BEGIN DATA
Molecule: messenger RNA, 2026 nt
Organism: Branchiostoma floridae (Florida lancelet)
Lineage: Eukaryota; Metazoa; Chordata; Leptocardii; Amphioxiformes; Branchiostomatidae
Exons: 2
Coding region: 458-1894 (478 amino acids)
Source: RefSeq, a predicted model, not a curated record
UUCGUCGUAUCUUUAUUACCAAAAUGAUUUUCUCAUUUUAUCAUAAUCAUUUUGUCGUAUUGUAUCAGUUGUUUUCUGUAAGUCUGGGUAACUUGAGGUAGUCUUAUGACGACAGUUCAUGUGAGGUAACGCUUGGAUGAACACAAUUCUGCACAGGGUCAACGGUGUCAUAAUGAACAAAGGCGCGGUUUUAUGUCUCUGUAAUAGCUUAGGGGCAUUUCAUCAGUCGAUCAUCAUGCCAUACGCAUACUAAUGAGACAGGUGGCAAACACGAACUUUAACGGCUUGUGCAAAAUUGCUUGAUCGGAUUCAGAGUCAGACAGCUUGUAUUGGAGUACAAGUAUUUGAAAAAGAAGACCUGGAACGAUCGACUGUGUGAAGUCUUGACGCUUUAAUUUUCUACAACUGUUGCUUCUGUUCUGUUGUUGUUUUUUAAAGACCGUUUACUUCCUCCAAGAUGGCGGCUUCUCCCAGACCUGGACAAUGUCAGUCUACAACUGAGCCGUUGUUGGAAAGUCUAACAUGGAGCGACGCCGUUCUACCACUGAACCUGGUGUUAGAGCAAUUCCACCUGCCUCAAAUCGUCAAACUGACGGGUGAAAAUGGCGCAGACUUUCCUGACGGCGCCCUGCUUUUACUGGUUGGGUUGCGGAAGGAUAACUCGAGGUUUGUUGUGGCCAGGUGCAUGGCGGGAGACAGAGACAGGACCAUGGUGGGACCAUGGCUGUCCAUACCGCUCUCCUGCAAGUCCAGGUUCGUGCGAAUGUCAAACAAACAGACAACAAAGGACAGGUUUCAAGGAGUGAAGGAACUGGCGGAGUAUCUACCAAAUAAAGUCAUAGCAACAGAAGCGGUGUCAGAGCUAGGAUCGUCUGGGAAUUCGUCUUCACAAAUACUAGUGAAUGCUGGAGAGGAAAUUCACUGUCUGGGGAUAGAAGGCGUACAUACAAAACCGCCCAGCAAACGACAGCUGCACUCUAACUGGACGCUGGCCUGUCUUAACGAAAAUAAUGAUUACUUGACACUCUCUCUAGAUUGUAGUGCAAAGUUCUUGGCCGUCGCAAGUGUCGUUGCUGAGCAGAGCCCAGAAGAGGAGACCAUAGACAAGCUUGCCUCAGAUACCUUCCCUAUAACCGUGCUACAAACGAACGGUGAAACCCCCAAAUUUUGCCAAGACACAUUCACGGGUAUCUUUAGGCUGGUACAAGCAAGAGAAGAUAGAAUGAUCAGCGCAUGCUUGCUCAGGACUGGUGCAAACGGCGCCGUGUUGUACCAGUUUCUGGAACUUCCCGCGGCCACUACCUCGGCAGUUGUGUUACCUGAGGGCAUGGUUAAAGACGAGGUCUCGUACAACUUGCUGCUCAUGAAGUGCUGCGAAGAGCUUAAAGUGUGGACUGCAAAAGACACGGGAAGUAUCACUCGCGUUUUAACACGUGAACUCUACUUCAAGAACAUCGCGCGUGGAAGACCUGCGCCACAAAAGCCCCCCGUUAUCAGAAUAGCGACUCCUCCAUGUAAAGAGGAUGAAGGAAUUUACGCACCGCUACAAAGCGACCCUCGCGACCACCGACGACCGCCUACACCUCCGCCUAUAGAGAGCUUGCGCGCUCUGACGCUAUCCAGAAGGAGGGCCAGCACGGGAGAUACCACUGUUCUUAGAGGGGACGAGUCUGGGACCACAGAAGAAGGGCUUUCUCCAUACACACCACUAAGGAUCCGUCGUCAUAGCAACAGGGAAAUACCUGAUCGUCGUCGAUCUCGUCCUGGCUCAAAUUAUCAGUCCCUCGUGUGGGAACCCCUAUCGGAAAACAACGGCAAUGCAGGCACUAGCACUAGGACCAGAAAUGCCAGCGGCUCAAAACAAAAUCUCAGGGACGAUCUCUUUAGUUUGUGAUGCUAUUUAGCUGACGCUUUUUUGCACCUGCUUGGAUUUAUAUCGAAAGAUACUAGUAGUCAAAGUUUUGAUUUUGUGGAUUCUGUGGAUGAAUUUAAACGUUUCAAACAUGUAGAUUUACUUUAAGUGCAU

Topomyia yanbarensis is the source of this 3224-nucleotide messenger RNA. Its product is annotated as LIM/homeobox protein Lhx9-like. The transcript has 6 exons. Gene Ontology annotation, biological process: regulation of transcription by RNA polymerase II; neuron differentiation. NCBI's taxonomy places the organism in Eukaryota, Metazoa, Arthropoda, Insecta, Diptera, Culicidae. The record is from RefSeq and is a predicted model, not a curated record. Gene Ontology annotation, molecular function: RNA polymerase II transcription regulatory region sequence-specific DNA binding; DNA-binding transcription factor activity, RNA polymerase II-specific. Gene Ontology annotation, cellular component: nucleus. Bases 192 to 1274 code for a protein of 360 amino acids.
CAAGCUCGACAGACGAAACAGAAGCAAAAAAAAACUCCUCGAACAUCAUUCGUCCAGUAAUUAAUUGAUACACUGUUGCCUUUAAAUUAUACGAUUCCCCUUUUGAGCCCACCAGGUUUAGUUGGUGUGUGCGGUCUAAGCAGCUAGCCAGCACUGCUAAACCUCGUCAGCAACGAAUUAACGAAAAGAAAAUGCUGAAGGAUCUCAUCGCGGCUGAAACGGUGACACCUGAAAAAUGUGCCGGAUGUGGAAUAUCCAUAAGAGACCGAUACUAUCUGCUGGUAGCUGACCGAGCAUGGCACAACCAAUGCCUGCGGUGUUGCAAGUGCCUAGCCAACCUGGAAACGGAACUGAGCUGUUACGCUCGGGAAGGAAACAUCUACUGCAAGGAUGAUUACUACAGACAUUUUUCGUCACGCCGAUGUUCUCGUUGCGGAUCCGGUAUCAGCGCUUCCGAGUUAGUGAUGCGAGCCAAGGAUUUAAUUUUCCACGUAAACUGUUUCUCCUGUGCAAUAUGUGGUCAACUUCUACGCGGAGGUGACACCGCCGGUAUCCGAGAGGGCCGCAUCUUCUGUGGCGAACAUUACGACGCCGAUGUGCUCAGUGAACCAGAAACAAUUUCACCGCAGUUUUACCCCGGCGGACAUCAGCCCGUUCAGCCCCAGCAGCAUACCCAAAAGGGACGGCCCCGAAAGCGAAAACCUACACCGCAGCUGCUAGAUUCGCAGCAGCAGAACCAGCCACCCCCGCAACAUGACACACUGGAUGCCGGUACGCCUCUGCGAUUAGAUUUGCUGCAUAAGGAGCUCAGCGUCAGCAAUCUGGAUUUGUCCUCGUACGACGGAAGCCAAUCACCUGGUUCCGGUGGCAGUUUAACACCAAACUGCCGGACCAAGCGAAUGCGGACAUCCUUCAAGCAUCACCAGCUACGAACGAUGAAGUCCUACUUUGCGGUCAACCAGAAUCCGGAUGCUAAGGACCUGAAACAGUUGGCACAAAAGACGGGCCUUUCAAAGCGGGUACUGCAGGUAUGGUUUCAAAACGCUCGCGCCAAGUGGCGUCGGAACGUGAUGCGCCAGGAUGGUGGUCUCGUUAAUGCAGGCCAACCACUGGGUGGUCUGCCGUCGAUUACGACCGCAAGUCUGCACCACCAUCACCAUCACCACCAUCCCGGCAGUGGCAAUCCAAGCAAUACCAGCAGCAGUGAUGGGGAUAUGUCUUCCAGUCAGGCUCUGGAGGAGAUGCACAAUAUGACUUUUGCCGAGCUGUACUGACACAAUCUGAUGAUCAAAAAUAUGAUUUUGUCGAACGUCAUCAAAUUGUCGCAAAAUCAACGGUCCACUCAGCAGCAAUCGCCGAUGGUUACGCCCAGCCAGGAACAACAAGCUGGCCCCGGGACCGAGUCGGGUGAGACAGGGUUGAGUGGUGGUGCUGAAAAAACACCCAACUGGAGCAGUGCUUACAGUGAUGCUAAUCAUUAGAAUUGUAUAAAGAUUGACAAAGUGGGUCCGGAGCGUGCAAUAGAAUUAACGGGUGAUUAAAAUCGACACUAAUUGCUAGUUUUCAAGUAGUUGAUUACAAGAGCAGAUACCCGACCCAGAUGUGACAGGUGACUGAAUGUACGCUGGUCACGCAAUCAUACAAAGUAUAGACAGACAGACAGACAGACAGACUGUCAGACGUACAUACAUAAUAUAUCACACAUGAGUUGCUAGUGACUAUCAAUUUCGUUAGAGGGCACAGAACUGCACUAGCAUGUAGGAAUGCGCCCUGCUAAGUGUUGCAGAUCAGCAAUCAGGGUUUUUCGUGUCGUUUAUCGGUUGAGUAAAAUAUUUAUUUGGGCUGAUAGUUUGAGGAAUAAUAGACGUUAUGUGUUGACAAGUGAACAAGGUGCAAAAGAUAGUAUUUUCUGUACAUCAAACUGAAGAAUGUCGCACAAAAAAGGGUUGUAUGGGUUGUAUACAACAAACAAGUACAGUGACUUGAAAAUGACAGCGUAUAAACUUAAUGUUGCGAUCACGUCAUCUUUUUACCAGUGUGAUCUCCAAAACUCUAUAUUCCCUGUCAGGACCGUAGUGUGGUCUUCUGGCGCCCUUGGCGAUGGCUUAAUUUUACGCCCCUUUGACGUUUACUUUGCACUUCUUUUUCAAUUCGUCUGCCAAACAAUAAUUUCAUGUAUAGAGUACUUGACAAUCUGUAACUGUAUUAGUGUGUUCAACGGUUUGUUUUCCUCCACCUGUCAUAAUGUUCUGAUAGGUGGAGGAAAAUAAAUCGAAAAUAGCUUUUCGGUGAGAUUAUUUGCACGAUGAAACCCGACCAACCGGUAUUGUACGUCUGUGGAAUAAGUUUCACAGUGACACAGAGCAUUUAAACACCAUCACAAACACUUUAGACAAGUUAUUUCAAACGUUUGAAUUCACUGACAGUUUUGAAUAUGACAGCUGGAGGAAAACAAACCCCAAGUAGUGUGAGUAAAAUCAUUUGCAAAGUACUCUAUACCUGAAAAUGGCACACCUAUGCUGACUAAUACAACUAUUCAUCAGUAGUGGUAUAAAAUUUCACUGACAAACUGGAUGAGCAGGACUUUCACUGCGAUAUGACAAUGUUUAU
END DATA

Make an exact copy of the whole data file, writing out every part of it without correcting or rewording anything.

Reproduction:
Molecule: messenger RNA, 2026 nt
Organism: Branchiostoma floridae (Florida lancelet)
Lineage: Eukaryota; Metazoa; Chordata; Leptocardii; Amphioxiformes; Branchiostomatidae
Exons: 2
Coding region: 458-1894 (478 amino acids)
Source: RefSeq, a predicted model, not a curated record
UUCGUCGUAUCUUUAUUACCAAAAUGAUUUUCUCAUUUUAUCAUAAUCAUUUUGUCGUAUUGUAUCAGUUGUUUUCUGUAAGUCUGGGUAACUUGAGGUAGUCUUAUGACGACAGUUCAUGUGAGGUAACGCUUGGAUGAACACAAUUCUGCACAGGGUCAACGGUGUCAUAAUGAACAAAGGCGCGGUUUUAUGUCUCUGUAAUAGCUUAGGGGCAUUUCAUCAGUCGAUCAUCAUGCCAUACGCAUACUAAUGAGACAGGUGGCAAACACGAACUUUAACGGCUUGUGCAAAAUUGCUUGAUCGGAUUCAGAGUCAGACAGCUUGUAUUGGAGUACAAGUAUUUGAAAAAGAAGACCUGGAACGAUCGACUGUGUGAAGUCUUGACGCUUUAAUUUUCUACAACUGUUGCUUCUGUUCUGUUGUUGUUUUUUAAAGACCGUUUACUUCCUCCAAGAUGGCGGCUUCUCCCAGACCUGGACAAUGUCAGUCUACAACUGAGCCGUUGUUGGAAAGUCUAACAUGGAGCGACGCCGUUCUACCACUGAACCUGGUGUUAGAGCAAUUCCACCUGCCUCAAAUCGUCAAACUGACGGGUGAAAAUGGCGCAGACUUUCCUGACGGCGCCCUGCUUUUACUGGUUGGGUUGCGGAAGGAUAACUCGAGGUUUGUUGUGGCCAGGUGCAUGGCGGGAGACAGAGACAGGACCAUGGUGGGACCAUGGCUGUCCAUACCGCUCUCCUGCAAGUCCAGGUUCGUGCGAAUGUCAAACAAACAGACAACAAAGGACAGGUUUCAAGGAGUGAAGGAACUGGCGGAGUAUCUACCAAAUAAAGUCAUAGCAACAGAAGCGGUGUCAGAGCUAGGAUCGUCUGGGAAUUCGUCUUCACAAAUACUAGUGAAUGCUGGAGAGGAAAUUCACUGUCUGGGGAUAGAAGGCGUACAUACAAAACCGCCCAGCAAACGACAGCUGCACUCUAACUGGACGCUGGCCUGUCUUAACGAAAAUAAUGAUUACUUGACACUCUCUCUAGAUUGUAGUGCAAAGUUCUUGGCCGUCGCAAGUGUCGUUGCUGAGCAGAGCCCAGAAGAGGAGACCAUAGACAAGCUUGCCUCAGAUACCUUCCCUAUAACCGUGCUACAAACGAACGGUGAAACCCCCAAAUUUUGCCAAGACACAUUCACGGGUAUCUUUAGGCUGGUACAAGCAAGAGAAGAUAGAAUGAUCAGCGCAUGCUUGCUCAGGACUGGUGCAAACGGCGCCGUGUUGUACCAGUUUCUGGAACUUCCCGCGGCCACUACCUCGGCAGUUGUGUUACCUGAGGGCAUGGUUAAAGACGAGGUCUCGUACAACUUGCUGCUCAUGAAGUGCUGCGAAGAGCUUAAAGUGUGGACUGCAAAAGACACGGGAAGUAUCACUCGCGUUUUAACACGUGAACUCUACUUCAAGAACAUCGCGCGUGGAAGACCUGCGCCACAAAAGCCCCCCGUUAUCAGAAUAGCGACUCCUCCAUGUAAAGAGGAUGAAGGAAUUUACGCACCGCUACAAAGCGACCCUCGCGACCACCGACGACCGCCUACACCUCCGCCUAUAGAGAGCUUGCGCGCUCUGACGCUAUCCAGAAGGAGGGCCAGCACGGGAGAUACCACUGUUCUUAGAGGGGACGAGUCUGGGACCACAGAAGAAGGGCUUUCUCCAUACACACCACUAAGGAUCCGUCGUCAUAGCAACAGGGAAAUACCUGAUCGUCGUCGAUCUCGUCCUGGCUCAAAUUAUCAGUCCCUCGUGUGGGAACCCCUAUCGGAAAACAACGGCAAUGCAGGCACUAGCACUAGGACCAGAAAUGCCAGCGGCUCAAAACAAAAUCUCAGGGACGAUCUCUUUAGUUUGUGAUGCUAUUUAGCUGACGCUUUUUUGCACCUGCUUGGAUUUAUAUCGAAAGAUACUAGUAGUCAAAGUUUUGAUUUUGUGGAUUCUGUGGAUGAAUUUAAACGUUUCAAACAUGUAGAUUUACUUUAAGUGCAU

Topomyia yanbarensis is the source of this 3224-nucleotide messenger RNA. Its product is annotated as LIM/homeobox protein Lhx9-like. The transcript has 6 exons. Gene Ontology annotation, biological process: regulation of transcription by RNA polymerase II; neuron differentiation. NCBI's taxonomy places the organism in Eukaryota, Metazoa, Arthropoda, Insecta, Diptera, Culicidae. The record is from RefSeq and is a predicted model, not a curated record. Gene Ontology annotation, molecular function: RNA polymerase II transcription regulatory region sequence-specific DNA binding; DNA-binding transcription factor activity, RNA polymerase II-specific. Gene Ontology annotation, cellular component: nucleus. Bases 192 to 1274 code for a protein of 360 amino acids.
CAAGCUCGACAGACGAAACAGAAGCAAAAAAAAACUCCUCGAACAUCAUUCGUCCAGUAAUUAAUUGAUACACUGUUGCCUUUAAAUUAUACGAUUCCCCUUUUGAGCCCACCAGGUUUAGUUGGUGUGUGCGGUCUAAGCAGCUAGCCAGCACUGCUAAACCUCGUCAGCAACGAAUUAACGAAAAGAAAAUGCUGAAGGAUCUCAUCGCGGCUGAAACGGUGACACCUGAAAAAUGUGCCGGAUGUGGAAUAUCCAUAAGAGACCGAUACUAUCUGCUGGUAGCUGACCGAGCAUGGCACAACCAAUGCCUGCGGUGUUGCAAGUGCCUAGCCAACCUGGAAACGGAACUGAGCUGUUACGCUCGGGAAGGAAACAUCUACUGCAAGGAUGAUUACUACAGACAUUUUUCGUCACGCCGAUGUUCUCGUUGCGGAUCCGGUAUCAGCGCUUCCGAGUUAGUGAUGCGAGCCAAGGAUUUAAUUUUCCACGUAAACUGUUUCUCCUGUGCAAUAUGUGGUCAACUUCUACGCGGAGGUGACACCGCCGGUAUCCGAGAGGGCCGCAUCUUCUGUGGCGAACAUUACGACGCCGAUGUGCUCAGUGAACCAGAAACAAUUUCACCGCAGUUUUACCCCGGCGGACAUCAGCCCGUUCAGCCCCAGCAGCAUACCCAAAAGGGACGGCCCCGAAAGCGAAAACCUACACCGCAGCUGCUAGAUUCGCAGCAGCAGAACCAGCCACCCCCGCAACAUGACACACUGGAUGCCGGUACGCCUCUGCGAUUAGAUUUGCUGCAUAAGGAGCUCAGCGUCAGCAAUCUGGAUUUGUCCUCGUACGACGGAAGCCAAUCACCUGGUUCCGGUGGCAGUUUAACACCAAACUGCCGGACCAAGCGAAUGCGGACAUCCUUCAAGCAUCACCAGCUACGAACGAUGAAGUCCUACUUUGCGGUCAACCAGAAUCCGGAUGCUAAGGACCUGAAACAGUUGGCACAAAAGACGGGCCUUUCAAAGCGGGUACUGCAGGUAUGGUUUCAAAACGCUCGCGCCAAGUGGCGUCGGAACGUGAUGCGCCAGGAUGGUGGUCUCGUUAAUGCAGGCCAACCACUGGGUGGUCUGCCGUCGAUUACGACCGCAAGUCUGCACCACCAUCACCAUCACCACCAUCCCGGCAGUGGCAAUCCAAGCAAUACCAGCAGCAGUGAUGGGGAUAUGUCUUCCAGUCAGGCUCUGGAGGAGAUGCACAAUAUGACUUUUGCCGAGCUGUACUGACACAAUCUGAUGAUCAAAAAUAUGAUUUUGUCGAACGUCAUCAAAUUGUCGCAAAAUCAACGGUCCACUCAGCAGCAAUCGCCGAUGGUUACGCCCAGCCAGGAACAACAAGCUGGCCCCGGGACCGAGUCGGGUGAGACAGGGUUGAGUGGUGGUGCUGAAAAAACACCCAACUGGAGCAGUGCUUACAGUGAUGCUAAUCAUUAGAAUUGUAUAAAGAUUGACAAAGUGGGUCCGGAGCGUGCAAUAGAAUUAACGGGUGAUUAAAAUCGACACUAAUUGCUAGUUUUCAAGUAGUUGAUUACAAGAGCAGAUACCCGACCCAGAUGUGACAGGUGACUGAAUGUACGCUGGUCACGCAAUCAUACAAAGUAUAGACAGACAGACAGACAGACAGACUGUCAGACGUACAUACAUAAUAUAUCACACAUGAGUUGCUAGUGACUAUCAAUUUCGUUAGAGGGCACAGAACUGCACUAGCAUGUAGGAAUGCGCCCUGCUAAGUGUUGCAGAUCAGCAAUCAGGGUUUUUCGUGUCGUUUAUCGGUUGAGUAAAAUAUUUAUUUGGGCUGAUAGUUUGAGGAAUAAUAGACGUUAUGUGUUGACAAGUGAACAAGGUGCAAAAGAUAGUAUUUUCUGUACAUCAAACUGAAGAAUGUCGCACAAAAAAGGGUUGUAUGGGUUGUAUACAACAAACAAGUACAGUGACUUGAAAAUGACAGCGUAUAAACUUAAUGUUGCGAUCACGUCAUCUUUUUACCAGUGUGAUCUCCAAAACUCUAUAUUCCCUGUCAGGACCGUAGUGUGGUCUUCUGGCGCCCUUGGCGAUGGCUUAAUUUUACGCCCCUUUGACGUUUACUUUGCACUUCUUUUUCAAUUCGUCUGCCAAACAAUAAUUUCAUGUAUAGAGUACUUGACAAUCUGUAACUGUAUUAGUGUGUUCAACGGUUUGUUUUCCUCCACCUGUCAUAAUGUUCUGAUAGGUGGAGGAAAAUAAAUCGAAAAUAGCUUUUCGGUGAGAUUAUUUGCACGAUGAAACCCGACCAACCGGUAUUGUACGUCUGUGGAAUAAGUUUCACAGUGACACAGAGCAUUUAAACACCAUCACAAACACUUUAGACAAGUUAUUUCAAACGUUUGAAUUCACUGACAGUUUUGAAUAUGACAGCUGGAGGAAAACAAACCCCAAGUAGUGUGAGUAAAAUCAUUUGCAAAGUACUCUAUACCUGAAAAUGGCACACCUAUGCUGACUAAUACAACUAUUCAUCAGUAGUGGUAUAAAAUUUCACUGACAAACUGGAUGAGCAGGACUUUCACUGCGAUAUGACAAUGUUUAU